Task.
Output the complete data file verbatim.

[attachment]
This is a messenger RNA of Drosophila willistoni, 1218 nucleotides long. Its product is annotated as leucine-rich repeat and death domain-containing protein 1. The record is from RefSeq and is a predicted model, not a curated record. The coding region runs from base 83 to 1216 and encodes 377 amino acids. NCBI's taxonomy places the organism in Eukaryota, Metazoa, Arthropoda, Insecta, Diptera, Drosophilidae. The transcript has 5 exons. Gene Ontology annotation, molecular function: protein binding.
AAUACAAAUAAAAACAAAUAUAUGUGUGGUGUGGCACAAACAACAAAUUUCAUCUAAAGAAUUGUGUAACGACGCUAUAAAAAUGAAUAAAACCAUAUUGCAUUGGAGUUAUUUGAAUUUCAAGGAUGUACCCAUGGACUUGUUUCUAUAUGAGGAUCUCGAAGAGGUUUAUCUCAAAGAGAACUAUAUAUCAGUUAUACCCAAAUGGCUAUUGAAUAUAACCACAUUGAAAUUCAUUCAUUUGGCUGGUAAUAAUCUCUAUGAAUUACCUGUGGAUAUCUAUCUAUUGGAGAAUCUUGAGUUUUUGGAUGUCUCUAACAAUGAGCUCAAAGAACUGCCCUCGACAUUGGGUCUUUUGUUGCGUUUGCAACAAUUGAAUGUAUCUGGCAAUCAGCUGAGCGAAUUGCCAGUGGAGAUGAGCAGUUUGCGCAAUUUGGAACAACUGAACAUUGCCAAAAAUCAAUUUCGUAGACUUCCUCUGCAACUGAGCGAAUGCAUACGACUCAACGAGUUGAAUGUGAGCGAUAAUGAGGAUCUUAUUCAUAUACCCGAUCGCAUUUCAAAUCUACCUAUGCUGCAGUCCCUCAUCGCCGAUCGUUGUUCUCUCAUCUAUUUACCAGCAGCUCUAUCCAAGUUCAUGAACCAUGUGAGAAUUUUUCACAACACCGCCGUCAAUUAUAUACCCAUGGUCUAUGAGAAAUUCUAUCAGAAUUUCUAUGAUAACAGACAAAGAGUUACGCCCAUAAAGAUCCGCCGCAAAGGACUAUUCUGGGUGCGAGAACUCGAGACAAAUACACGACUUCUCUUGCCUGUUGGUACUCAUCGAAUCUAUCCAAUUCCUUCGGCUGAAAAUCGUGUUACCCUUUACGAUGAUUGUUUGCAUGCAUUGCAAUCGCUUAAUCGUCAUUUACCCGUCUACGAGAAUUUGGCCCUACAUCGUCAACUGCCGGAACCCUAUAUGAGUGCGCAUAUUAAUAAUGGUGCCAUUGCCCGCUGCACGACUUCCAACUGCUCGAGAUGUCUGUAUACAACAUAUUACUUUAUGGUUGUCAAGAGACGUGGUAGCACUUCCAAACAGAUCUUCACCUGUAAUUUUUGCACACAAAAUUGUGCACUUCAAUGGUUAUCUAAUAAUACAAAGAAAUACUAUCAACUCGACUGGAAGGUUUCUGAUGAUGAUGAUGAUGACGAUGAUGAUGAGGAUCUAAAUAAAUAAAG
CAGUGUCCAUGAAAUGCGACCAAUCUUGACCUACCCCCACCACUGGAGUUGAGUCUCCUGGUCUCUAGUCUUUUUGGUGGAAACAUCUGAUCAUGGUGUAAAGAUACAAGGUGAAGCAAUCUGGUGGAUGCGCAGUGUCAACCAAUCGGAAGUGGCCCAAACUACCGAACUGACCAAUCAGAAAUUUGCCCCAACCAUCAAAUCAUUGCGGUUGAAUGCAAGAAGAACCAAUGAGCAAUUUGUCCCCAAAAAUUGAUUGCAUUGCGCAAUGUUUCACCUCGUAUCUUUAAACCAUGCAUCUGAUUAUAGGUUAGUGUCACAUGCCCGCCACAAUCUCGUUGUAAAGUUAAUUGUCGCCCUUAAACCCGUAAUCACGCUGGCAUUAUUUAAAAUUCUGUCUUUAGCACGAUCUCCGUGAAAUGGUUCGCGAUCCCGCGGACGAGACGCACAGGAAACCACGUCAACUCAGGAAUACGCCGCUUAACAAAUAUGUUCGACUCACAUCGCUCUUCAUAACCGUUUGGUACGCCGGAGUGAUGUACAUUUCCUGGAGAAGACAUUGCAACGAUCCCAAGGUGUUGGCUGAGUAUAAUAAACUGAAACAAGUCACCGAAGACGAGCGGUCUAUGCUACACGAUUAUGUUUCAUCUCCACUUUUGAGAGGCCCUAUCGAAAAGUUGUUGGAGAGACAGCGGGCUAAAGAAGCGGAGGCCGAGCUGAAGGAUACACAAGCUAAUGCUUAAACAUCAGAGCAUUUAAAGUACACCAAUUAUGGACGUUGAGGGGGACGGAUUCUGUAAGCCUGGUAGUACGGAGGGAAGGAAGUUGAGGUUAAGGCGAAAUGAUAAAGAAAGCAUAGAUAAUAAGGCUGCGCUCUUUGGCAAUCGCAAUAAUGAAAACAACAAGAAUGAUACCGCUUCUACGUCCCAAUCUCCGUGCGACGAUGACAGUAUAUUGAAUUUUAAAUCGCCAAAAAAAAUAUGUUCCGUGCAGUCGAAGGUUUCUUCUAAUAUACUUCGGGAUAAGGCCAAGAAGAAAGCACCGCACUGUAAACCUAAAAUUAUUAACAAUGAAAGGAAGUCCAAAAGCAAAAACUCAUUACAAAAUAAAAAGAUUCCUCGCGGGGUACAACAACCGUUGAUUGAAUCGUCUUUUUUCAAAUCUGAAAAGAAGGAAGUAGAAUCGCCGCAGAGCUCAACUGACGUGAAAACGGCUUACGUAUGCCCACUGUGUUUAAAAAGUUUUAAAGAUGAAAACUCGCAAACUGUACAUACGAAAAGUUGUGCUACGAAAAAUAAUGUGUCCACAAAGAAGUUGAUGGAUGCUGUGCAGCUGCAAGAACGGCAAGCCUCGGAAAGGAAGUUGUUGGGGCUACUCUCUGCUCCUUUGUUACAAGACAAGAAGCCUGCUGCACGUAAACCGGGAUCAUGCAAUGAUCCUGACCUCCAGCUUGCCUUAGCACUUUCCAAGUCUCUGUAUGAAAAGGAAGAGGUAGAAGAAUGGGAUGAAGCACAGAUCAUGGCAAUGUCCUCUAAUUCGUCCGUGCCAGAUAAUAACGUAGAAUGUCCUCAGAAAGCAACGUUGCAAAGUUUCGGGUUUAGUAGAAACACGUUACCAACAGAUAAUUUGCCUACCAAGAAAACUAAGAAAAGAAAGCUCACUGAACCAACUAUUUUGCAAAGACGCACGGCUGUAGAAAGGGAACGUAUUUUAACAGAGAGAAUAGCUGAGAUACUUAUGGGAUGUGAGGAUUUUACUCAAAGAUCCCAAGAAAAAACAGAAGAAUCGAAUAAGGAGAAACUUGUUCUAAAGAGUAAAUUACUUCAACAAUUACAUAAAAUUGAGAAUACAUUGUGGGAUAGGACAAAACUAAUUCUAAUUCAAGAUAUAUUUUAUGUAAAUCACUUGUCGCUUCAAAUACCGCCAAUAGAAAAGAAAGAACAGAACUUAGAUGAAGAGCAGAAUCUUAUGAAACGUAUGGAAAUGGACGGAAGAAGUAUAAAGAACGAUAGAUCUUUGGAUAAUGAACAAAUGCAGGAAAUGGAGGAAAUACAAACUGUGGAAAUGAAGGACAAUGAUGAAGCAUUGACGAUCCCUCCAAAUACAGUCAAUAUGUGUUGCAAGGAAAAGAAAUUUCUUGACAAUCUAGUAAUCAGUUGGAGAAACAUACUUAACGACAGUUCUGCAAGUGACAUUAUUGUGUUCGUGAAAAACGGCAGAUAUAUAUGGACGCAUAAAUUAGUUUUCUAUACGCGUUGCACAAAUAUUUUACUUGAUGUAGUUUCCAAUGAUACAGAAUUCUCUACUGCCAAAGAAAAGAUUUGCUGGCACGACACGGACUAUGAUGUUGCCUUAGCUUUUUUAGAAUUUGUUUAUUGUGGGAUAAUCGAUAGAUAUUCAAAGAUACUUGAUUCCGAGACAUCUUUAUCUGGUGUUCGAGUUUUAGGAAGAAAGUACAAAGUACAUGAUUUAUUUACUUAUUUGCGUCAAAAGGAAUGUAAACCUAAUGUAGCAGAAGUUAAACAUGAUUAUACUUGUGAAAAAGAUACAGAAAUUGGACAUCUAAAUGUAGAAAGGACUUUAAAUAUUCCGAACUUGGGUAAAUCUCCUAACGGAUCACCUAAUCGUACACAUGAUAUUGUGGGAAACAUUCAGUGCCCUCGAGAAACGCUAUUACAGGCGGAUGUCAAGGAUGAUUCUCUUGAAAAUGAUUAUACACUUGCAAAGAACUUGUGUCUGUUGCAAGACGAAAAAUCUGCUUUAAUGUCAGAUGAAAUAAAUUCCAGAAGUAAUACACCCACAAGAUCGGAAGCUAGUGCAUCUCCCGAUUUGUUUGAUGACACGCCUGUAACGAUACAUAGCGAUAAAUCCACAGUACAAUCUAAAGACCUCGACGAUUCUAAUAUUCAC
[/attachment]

This is a messenger RNA of Drosophila willistoni, 1218 nucleotides long. Its product is annotated as leucine-rich repeat and death domain-containing protein 1. The record is from RefSeq and is a predicted model, not a curated record. The coding region runs from base 83 to 1216 and encodes 377 amino acids. NCBI's taxonomy places the organism in Eukaryota, Metazoa, Arthropoda, Insecta, Diptera, Drosophilidae. The transcript has 5 exons. Gene Ontology annotation, molecular function: protein binding.
AAUACAAAUAAAAACAAAUAUAUGUGUGGUGUGGCACAAACAACAAAUUUCAUCUAAAGAAUUGUGUAACGACGCUAUAAAAAUGAAUAAAACCAUAUUGCAUUGGAGUUAUUUGAAUUUCAAGGAUGUACCCAUGGACUUGUUUCUAUAUGAGGAUCUCGAAGAGGUUUAUCUCAAAGAGAACUAUAUAUCAGUUAUACCCAAAUGGCUAUUGAAUAUAACCACAUUGAAAUUCAUUCAUUUGGCUGGUAAUAAUCUCUAUGAAUUACCUGUGGAUAUCUAUCUAUUGGAGAAUCUUGAGUUUUUGGAUGUCUCUAACAAUGAGCUCAAAGAACUGCCCUCGACAUUGGGUCUUUUGUUGCGUUUGCAACAAUUGAAUGUAUCUGGCAAUCAGCUGAGCGAAUUGCCAGUGGAGAUGAGCAGUUUGCGCAAUUUGGAACAACUGAACAUUGCCAAAAAUCAAUUUCGUAGACUUCCUCUGCAACUGAGCGAAUGCAUACGACUCAACGAGUUGAAUGUGAGCGAUAAUGAGGAUCUUAUUCAUAUACCCGAUCGCAUUUCAAAUCUACCUAUGCUGCAGUCCCUCAUCGCCGAUCGUUGUUCUCUCAUCUAUUUACCAGCAGCUCUAUCCAAGUUCAUGAACCAUGUGAGAAUUUUUCACAACACCGCCGUCAAUUAUAUACCCAUGGUCUAUGAGAAAUUCUAUCAGAAUUUCUAUGAUAACAGACAAAGAGUUACGCCCAUAAAGAUCCGCCGCAAAGGACUAUUCUGGGUGCGAGAACUCGAGACAAAUACACGACUUCUCUUGCCUGUUGGUACUCAUCGAAUCUAUCCAAUUCCUUCGGCUGAAAAUCGUGUUACCCUUUACGAUGAUUGUUUGCAUGCAUUGCAAUCGCUUAAUCGUCAUUUACCCGUCUACGAGAAUUUGGCCCUACAUCGUCAACUGCCGGAACCCUAUAUGAGUGCGCAUAUUAAUAAUGGUGCCAUUGCCCGCUGCACGACUUCCAACUGCUCGAGAUGUCUGUAUACAACAUAUUACUUUAUGGUUGUCAAGAGACGUGGUAGCACUUCCAAACAGAUCUUCACCUGUAAUUUUUGCACACAAAAUUGUGCACUUCAAUGGUUAUCUAAUAAUACAAAGAAAUACUAUCAACUCGACUGGAAGGUUUCUGAUGAUGAUGAUGAUGACGAUGAUGAUGAGGAUCUAAAUAAAUAAAG
CAGUGUCCAUGAAAUGCGACCAAUCUUGACCUACCCCCACCACUGGAGUUGAGUCUCCUGGUCUCUAGUCUUUUUGGUGGAAACAUCUGAUCAUGGUGUAAAGAUACAAGGUGAAGCAAUCUGGUGGAUGCGCAGUGUCAACCAAUCGGAAGUGGCCCAAACUACCGAACUGACCAAUCAGAAAUUUGCCCCAACCAUCAAAUCAUUGCGGUUGAAUGCAAGAAGAACCAAUGAGCAAUUUGUCCCCAAAAAUUGAUUGCAUUGCGCAAUGUUUCACCUCGUAUCUUUAAACCAUGCAUCUGAUUAUAGGUUAGUGUCACAUGCCCGCCACAAUCUCGUUGUAAAGUUAAUUGUCGCCCUUAAACCCGUAAUCACGCUGGCAUUAUUUAAAAUUCUGUCUUUAGCACGAUCUCCGUGAAAUGGUUCGCGAUCCCGCGGACGAGACGCACAGGAAACCACGUCAACUCAGGAAUACGCCGCUUAACAAAUAUGUUCGACUCACAUCGCUCUUCAUAACCGUUUGGUACGCCGGAGUGAUGUACAUUUCCUGGAGAAGACAUUGCAACGAUCCCAAGGUGUUGGCUGAGUAUAAUAAACUGAAACAAGUCACCGAAGACGAGCGGUCUAUGCUACACGAUUAUGUUUCAUCUCCACUUUUGAGAGGCCCUAUCGAAAAGUUGUUGGAGAGACAGCGGGCUAAAGAAGCGGAGGCCGAGCUGAAGGAUACACAAGCUAAUGCUUAAACAUCAGAGCAUUUAAAGUACACCAAUUAUGGACGUUGAGGGGGACGGAUUCUGUAAGCCUGGUAGUACGGAGGGAAGGAAGUUGAGGUUAAGGCGAAAUGAUAAAGAAAGCAUAGAUAAUAAGGCUGCGCUCUUUGGCAAUCGCAAUAAUGAAAACAACAAGAAUGAUACCGCUUCUACGUCCCAAUCUCCGUGCGACGAUGACAGUAUAUUGAAUUUUAAAUCGCCAAAAAAAAUAUGUUCCGUGCAGUCGAAGGUUUCUUCUAAUAUACUUCGGGAUAAGGCCAAGAAGAAAGCACCGCACUGUAAACCUAAAAUUAUUAACAAUGAAAGGAAGUCCAAAAGCAAAAACUCAUUACAAAAUAAAAAGAUUCCUCGCGGGGUACAACAACCGUUGAUUGAAUCGUCUUUUUUCAAAUCUGAAAAGAAGGAAGUAGAAUCGCCGCAGAGCUCAACUGACGUGAAAACGGCUUACGUAUGCCCACUGUGUUUAAAAAGUUUUAAAGAUGAAAACUCGCAAACUGUACAUACGAAAAGUUGUGCUACGAAAAAUAAUGUGUCCACAAAGAAGUUGAUGGAUGCUGUGCAGCUGCAAGAACGGCAAGCCUCGGAAAGGAAGUUGUUGGGGCUACUCUCUGCUCCUUUGUUACAAGACAAGAAGCCUGCUGCACGUAAACCGGGAUCAUGCAAUGAUCCUGACCUCCAGCUUGCCUUAGCACUUUCCAAGUCUCUGUAUGAAAAGGAAGAGGUAGAAGAAUGGGAUGAAGCACAGAUCAUGGCAAUGUCCUCUAAUUCGUCCGUGCCAGAUAAUAACGUAGAAUGUCCUCAGAAAGCAACGUUGCAAAGUUUCGGGUUUAGUAGAAACACGUUACCAACAGAUAAUUUGCCUACCAAGAAAACUAAGAAAAGAAAGCUCACUGAACCAACUAUUUUGCAAAGACGCACGGCUGUAGAAAGGGAACGUAUUUUAACAGAGAGAAUAGCUGAGAUACUUAUGGGAUGUGAGGAUUUUACUCAAAGAUCCCAAGAAAAAACAGAAGAAUCGAAUAAGGAGAAACUUGUUCUAAAGAGUAAAUUACUUCAACAAUUACAUAAAAUUGAGAAUACAUUGUGGGAUAGGACAAAACUAAUUCUAAUUCAAGAUAUAUUUUAUGUAAAUCACUUGUCGCUUCAAAUACCGCCAAUAGAAAAGAAAGAACAGAACUUAGAUGAAGAGCAGAAUCUUAUGAAACGUAUGGAAAUGGACGGAAGAAGUAUAAAGAACGAUAGAUCUUUGGAUAAUGAACAAAUGCAGGAAAUGGAGGAAAUACAAACUGUGGAAAUGAAGGACAAUGAUGAAGCAUUGACGAUCCCUCCAAAUACAGUCAAUAUGUGUUGCAAGGAAAAGAAAUUUCUUGACAAUCUAGUAAUCAGUUGGAGAAACAUACUUAACGACAGUUCUGCAAGUGACAUUAUUGUGUUCGUGAAAAACGGCAGAUAUAUAUGGACGCAUAAAUUAGUUUUCUAUACGCGUUGCACAAAUAUUUUACUUGAUGUAGUUUCCAAUGAUACAGAAUUCUCUACUGCCAAAGAAAAGAUUUGCUGGCACGACACGGACUAUGAUGUUGCCUUAGCUUUUUUAGAAUUUGUUUAUUGUGGGAUAAUCGAUAGAUAUUCAAAGAUACUUGAUUCCGAGACAUCUUUAUCUGGUGUUCGAGUUUUAGGAAGAAAGUACAAAGUACAUGAUUUAUUUACUUAUUUGCGUCAAAAGGAAUGUAAACCUAAUGUAGCAGAAGUUAAACAUGAUUAUACUUGUGAAAAAGAUACAGAAAUUGGACAUCUAAAUGUAGAAAGGACUUUAAAUAUUCCGAACUUGGGUAAAUCUCCUAACGGAUCACCUAAUCGUACACAUGAUAUUGUGGGAAACAUUCAGUGCCCUCGAGAAACGCUAUUACAGGCGGAUGUCAAGGAUGAUUCUCUUGAAAAUGAUUAUACACUUGCAAAGAACUUGUGUCUGUUGCAAGACGAAAAAUCUGCUUUAAUGUCAGAUGAAAUAAAUUCCAGAAGUAAUACACCCACAAGAUCGGAAGCUAGUGCAUCUCCCGAUUUGUUUGAUGACACGCCUGUAACGAUACAUAGCGAUAAAUCCACAGUACAAUCUAAAGACCUCGACGAUUCUAAUAUUCAC